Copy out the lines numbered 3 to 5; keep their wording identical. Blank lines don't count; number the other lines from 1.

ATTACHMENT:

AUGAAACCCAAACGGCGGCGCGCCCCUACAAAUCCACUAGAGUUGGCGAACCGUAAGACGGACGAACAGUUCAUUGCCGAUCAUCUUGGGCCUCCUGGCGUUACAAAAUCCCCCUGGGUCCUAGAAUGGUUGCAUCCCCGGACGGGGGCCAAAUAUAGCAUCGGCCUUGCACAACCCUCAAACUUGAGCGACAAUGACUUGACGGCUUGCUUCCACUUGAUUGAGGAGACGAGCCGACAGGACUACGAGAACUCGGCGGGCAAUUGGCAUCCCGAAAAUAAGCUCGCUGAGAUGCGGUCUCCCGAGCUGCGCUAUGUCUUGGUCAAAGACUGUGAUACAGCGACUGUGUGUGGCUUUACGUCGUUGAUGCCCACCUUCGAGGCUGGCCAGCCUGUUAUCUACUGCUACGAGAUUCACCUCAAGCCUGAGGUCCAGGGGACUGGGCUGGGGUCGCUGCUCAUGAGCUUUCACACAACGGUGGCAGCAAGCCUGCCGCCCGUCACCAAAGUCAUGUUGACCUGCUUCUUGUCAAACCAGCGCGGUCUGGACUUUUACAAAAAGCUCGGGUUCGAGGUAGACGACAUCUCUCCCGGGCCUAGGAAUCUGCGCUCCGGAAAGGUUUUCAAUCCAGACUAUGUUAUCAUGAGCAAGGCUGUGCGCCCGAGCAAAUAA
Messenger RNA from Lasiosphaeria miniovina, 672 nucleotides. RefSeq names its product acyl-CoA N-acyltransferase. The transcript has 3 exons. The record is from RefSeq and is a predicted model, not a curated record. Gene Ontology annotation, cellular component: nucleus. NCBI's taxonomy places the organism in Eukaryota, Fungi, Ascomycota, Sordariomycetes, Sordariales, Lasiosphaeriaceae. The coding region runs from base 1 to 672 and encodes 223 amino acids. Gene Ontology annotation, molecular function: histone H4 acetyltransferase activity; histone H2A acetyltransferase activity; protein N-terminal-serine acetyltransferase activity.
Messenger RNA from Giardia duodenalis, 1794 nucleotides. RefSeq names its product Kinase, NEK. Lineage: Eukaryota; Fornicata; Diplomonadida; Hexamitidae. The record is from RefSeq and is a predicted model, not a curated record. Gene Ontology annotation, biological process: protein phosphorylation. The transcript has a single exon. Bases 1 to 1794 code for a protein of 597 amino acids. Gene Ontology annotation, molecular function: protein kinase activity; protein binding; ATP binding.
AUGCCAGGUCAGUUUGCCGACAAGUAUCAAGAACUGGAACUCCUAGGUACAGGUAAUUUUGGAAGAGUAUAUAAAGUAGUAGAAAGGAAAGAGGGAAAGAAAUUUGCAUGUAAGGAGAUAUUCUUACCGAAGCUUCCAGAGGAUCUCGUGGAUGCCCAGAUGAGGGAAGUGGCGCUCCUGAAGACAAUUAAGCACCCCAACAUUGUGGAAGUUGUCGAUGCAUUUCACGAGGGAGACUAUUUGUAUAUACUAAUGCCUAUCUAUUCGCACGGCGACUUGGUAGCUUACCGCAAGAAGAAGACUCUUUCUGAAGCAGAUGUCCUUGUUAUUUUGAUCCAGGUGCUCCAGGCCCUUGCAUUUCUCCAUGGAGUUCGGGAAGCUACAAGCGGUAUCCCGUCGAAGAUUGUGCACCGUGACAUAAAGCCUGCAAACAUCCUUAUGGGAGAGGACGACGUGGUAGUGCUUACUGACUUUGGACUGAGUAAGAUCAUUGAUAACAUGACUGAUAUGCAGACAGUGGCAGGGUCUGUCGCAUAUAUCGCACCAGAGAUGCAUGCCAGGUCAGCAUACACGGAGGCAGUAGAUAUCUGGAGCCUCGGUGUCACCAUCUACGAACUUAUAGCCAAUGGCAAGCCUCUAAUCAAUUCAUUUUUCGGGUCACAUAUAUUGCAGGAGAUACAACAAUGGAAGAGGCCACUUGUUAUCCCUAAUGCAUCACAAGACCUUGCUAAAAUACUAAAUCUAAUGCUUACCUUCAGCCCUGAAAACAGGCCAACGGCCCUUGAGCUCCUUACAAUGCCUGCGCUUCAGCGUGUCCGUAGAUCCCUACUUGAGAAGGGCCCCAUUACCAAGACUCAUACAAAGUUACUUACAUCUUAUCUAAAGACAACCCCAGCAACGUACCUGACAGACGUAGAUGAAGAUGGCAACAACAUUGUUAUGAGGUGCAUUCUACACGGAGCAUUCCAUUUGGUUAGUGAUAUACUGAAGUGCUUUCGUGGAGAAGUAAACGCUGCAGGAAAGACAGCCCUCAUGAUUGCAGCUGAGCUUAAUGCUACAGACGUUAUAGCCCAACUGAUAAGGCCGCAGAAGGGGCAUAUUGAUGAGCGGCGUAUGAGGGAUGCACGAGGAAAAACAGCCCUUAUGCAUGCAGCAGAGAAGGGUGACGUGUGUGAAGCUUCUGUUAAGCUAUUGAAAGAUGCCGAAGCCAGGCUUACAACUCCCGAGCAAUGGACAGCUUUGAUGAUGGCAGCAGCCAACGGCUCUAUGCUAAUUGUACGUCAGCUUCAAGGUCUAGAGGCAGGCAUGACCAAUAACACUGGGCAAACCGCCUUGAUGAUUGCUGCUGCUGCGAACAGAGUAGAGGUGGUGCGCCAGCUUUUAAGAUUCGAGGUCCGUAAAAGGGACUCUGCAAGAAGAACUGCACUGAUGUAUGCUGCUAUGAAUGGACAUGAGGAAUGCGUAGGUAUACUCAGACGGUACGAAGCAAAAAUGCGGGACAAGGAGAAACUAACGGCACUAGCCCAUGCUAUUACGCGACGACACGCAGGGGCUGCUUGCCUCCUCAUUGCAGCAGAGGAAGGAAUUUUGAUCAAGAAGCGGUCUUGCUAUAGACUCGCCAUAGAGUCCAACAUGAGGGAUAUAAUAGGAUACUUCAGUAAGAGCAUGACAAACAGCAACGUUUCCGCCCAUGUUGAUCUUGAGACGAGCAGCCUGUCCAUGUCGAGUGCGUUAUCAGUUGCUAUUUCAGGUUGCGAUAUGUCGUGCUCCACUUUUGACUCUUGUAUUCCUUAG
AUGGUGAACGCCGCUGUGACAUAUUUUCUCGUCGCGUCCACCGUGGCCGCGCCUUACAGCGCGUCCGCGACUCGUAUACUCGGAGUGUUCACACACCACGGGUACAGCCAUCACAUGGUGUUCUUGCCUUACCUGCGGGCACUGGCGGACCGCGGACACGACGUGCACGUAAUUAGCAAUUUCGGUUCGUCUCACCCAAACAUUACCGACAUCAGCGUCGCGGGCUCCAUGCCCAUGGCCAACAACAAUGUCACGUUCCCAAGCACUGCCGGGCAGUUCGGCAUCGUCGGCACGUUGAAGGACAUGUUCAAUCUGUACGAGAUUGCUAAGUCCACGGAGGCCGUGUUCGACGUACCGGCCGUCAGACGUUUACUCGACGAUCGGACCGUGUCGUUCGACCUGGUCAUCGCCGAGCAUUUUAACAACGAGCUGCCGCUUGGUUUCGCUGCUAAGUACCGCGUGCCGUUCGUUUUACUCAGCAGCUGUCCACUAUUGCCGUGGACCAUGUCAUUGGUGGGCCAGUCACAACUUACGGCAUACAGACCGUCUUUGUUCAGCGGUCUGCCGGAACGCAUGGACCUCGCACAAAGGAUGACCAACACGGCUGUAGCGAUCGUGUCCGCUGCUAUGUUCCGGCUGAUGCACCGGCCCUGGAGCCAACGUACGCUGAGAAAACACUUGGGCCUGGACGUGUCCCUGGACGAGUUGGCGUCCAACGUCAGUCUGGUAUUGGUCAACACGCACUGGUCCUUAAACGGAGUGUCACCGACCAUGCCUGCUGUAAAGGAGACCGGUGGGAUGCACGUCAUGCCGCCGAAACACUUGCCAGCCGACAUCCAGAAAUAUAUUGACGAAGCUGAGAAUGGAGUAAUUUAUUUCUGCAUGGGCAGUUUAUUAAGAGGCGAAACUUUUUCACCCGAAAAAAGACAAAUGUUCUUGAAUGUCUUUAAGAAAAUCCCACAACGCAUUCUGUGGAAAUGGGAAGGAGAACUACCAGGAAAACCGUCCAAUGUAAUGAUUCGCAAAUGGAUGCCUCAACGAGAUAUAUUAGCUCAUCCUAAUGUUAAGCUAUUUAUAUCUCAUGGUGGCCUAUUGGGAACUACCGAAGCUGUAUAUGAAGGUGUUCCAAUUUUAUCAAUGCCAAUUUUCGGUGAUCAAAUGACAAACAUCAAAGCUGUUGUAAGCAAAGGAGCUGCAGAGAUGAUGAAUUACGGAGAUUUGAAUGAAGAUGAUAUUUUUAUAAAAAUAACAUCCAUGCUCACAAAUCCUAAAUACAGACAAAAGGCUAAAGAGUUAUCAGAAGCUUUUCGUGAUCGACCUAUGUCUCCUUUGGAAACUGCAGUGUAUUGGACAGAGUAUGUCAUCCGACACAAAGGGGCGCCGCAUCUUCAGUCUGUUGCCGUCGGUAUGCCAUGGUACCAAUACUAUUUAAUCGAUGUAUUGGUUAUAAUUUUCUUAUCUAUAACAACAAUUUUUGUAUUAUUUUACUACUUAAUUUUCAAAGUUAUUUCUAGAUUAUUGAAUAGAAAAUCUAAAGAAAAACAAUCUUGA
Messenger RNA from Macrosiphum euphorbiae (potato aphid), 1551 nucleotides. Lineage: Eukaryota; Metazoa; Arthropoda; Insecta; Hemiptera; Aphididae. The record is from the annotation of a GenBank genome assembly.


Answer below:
Messenger RNA from Giardia duodenalis, 1794 nucleotides. RefSeq names its product Kinase, NEK. Lineage: Eukaryota; Fornicata; Diplomonadida; Hexamitidae. The record is from RefSeq and is a predicted model, not a curated record. Gene Ontology annotation, biological process: protein phosphorylation. The transcript has a single exon. Bases 1 to 1794 code for a protein of 597 amino acids. Gene Ontology annotation, molecular function: protein kinase activity; protein binding; ATP binding.
AUGCCAGGUCAGUUUGCCGACAAGUAUCAAGAACUGGAACUCCUAGGUACAGGUAAUUUUGGAAGAGUAUAUAAAGUAGUAGAAAGGAAAGAGGGAAAGAAAUUUGCAUGUAAGGAGAUAUUCUUACCGAAGCUUCCAGAGGAUCUCGUGGAUGCCCAGAUGAGGGAAGUGGCGCUCCUGAAGACAAUUAAGCACCCCAACAUUGUGGAAGUUGUCGAUGCAUUUCACGAGGGAGACUAUUUGUAUAUACUAAUGCCUAUCUAUUCGCACGGCGACUUGGUAGCUUACCGCAAGAAGAAGACUCUUUCUGAAGCAGAUGUCCUUGUUAUUUUGAUCCAGGUGCUCCAGGCCCUUGCAUUUCUCCAUGGAGUUCGGGAAGCUACAAGCGGUAUCCCGUCGAAGAUUGUGCACCGUGACAUAAAGCCUGCAAACAUCCUUAUGGGAGAGGACGACGUGGUAGUGCUUACUGACUUUGGACUGAGUAAGAUCAUUGAUAACAUGACUGAUAUGCAGACAGUGGCAGGGUCUGUCGCAUAUAUCGCACCAGAGAUGCAUGCCAGGUCAGCAUACACGGAGGCAGUAGAUAUCUGGAGCCUCGGUGUCACCAUCUACGAACUUAUAGCCAAUGGCAAGCCUCUAAUCAAUUCAUUUUUCGGGUCACAUAUAUUGCAGGAGAUACAACAAUGGAAGAGGCCACUUGUUAUCCCUAAUGCAUCACAAGACCUUGCUAAAAUACUAAAUCUAAUGCUUACCUUCAGCCCUGAAAACAGGCCAACGGCCCUUGAGCUCCUUACAAUGCCUGCGCUUCAGCGUGUCCGUAGAUCCCUACUUGAGAAGGGCCCCAUUACCAAGACUCAUACAAAGUUACUUACAUCUUAUCUAAAGACAACCCCAGCAACGUACCUGACAGACGUAGAUGAAGAUGGCAACAACAUUGUUAUGAGGUGCAUUCUACACGGAGCAUUCCAUUUGGUUAGUGAUAUACUGAAGUGCUUUCGUGGAGAAGUAAACGCUGCAGGAAAGACAGCCCUCAUGAUUGCAGCUGAGCUUAAUGCUACAGACGUUAUAGCCCAACUGAUAAGGCCGCAGAAGGGGCAUAUUGAUGAGCGGCGUAUGAGGGAUGCACGAGGAAAAACAGCCCUUAUGCAUGCAGCAGAGAAGGGUGACGUGUGUGAAGCUUCUGUUAAGCUAUUGAAAGAUGCCGAAGCCAGGCUUACAACUCCCGAGCAAUGGACAGCUUUGAUGAUGGCAGCAGCCAACGGCUCUAUGCUAAUUGUACGUCAGCUUCAAGGUCUAGAGGCAGGCAUGACCAAUAACACUGGGCAAACCGCCUUGAUGAUUGCUGCUGCUGCGAACAGAGUAGAGGUGGUGCGCCAGCUUUUAAGAUUCGAGGUCCGUAAAAGGGACUCUGCAAGAAGAACUGCACUGAUGUAUGCUGCUAUGAAUGGACAUGAGGAAUGCGUAGGUAUACUCAGACGGUACGAAGCAAAAAUGCGGGACAAGGAGAAACUAACGGCACUAGCCCAUGCUAUUACGCGACGACACGCAGGGGCUGCUUGCCUCCUCAUUGCAGCAGAGGAAGGAAUUUUGAUCAAGAAGCGGUCUUGCUAUAGACUCGCCAUAGAGUCCAACAUGAGGGAUAUAAUAGGAUACUUCAGUAAGAGCAUGACAAACAGCAACGUUUCCGCCCAUGUUGAUCUUGAGACGAGCAGCCUGUCCAUGUCGAGUGCGUUAUCAGUUGCUAUUUCAGGUUGCGAUAUGUCGUGCUCCACUUUUGACUCUUGUAUUCCUUAG
AUGGUGAACGCCGCUGUGACAUAUUUUCUCGUCGCGUCCACCGUGGCCGCGCCUUACAGCGCGUCCGCGACUCGUAUACUCGGAGUGUUCACACACCACGGGUACAGCCAUCACAUGGUGUUCUUGCCUUACCUGCGGGCACUGGCGGACCGCGGACACGACGUGCACGUAAUUAGCAAUUUCGGUUCGUCUCACCCAAACAUUACCGACAUCAGCGUCGCGGGCUCCAUGCCCAUGGCCAACAACAAUGUCACGUUCCCAAGCACUGCCGGGCAGUUCGGCAUCGUCGGCACGUUGAAGGACAUGUUCAAUCUGUACGAGAUUGCUAAGUCCACGGAGGCCGUGUUCGACGUACCGGCCGUCAGACGUUUACUCGACGAUCGGACCGUGUCGUUCGACCUGGUCAUCGCCGAGCAUUUUAACAACGAGCUGCCGCUUGGUUUCGCUGCUAAGUACCGCGUGCCGUUCGUUUUACUCAGCAGCUGUCCACUAUUGCCGUGGACCAUGUCAUUGGUGGGCCAGUCACAACUUACGGCAUACAGACCGUCUUUGUUCAGCGGUCUGCCGGAACGCAUGGACCUCGCACAAAGGAUGACCAACACGGCUGUAGCGAUCGUGUCCGCUGCUAUGUUCCGGCUGAUGCACCGGCCCUGGAGCCAACGUACGCUGAGAAAACACUUGGGCCUGGACGUGUCCCUGGACGAGUUGGCGUCCAACGUCAGUCUGGUAUUGGUCAACACGCACUGGUCCUUAAACGGAGUGUCACCGACCAUGCCUGCUGUAAAGGAGACCGGUGGGAUGCACGUCAUGCCGCCGAAACACUUGCCAGCCGACAUCCAGAAAUAUAUUGACGAAGCUGAGAAUGGAGUAAUUUAUUUCUGCAUGGGCAGUUUAUUAAGAGGCGAAACUUUUUCACCCGAAAAAAGACAAAUGUUCUUGAAUGUCUUUAAGAAAAUCCCACAACGCAUUCUGUGGAAAUGGGAAGGAGAACUACCAGGAAAACCGUCCAAUGUAAUGAUUCGCAAAUGGAUGCCUCAACGAGAUAUAUUAGCUCAUCCUAAUGUUAAGCUAUUUAUAUCUCAUGGUGGCCUAUUGGGAACUACCGAAGCUGUAUAUGAAGGUGUUCCAAUUUUAUCAAUGCCAAUUUUCGGUGAUCAAAUGACAAACAUCAAAGCUGUUGUAAGCAAAGGAGCUGCAGAGAUGAUGAAUUACGGAGAUUUGAAUGAAGAUGAUAUUUUUAUAAAAAUAACAUCCAUGCUCACAAAUCCUAAAUACAGACAAAAGGCUAAAGAGUUAUCAGAAGCUUUUCGUGAUCGACCUAUGUCUCCUUUGGAAACUGCAGUGUAUUGGACAGAGUAUGUCAUCCGACACAAAGGGGCGCCGCAUCUUCAGUCUGUUGCCGUCGGUAUGCCAUGGUACCAAUACUAUUUAAUCGAUGUAUUGGUUAUAAUUUUCUUAUCUAUAACAACAAUUUUUGUAUUAUUUUACUACUUAAUUUUCAAAGUUAUUUCUAGAUUAUUGAAUAGAAAAUCUAAAGAAAAACAAUCUUGA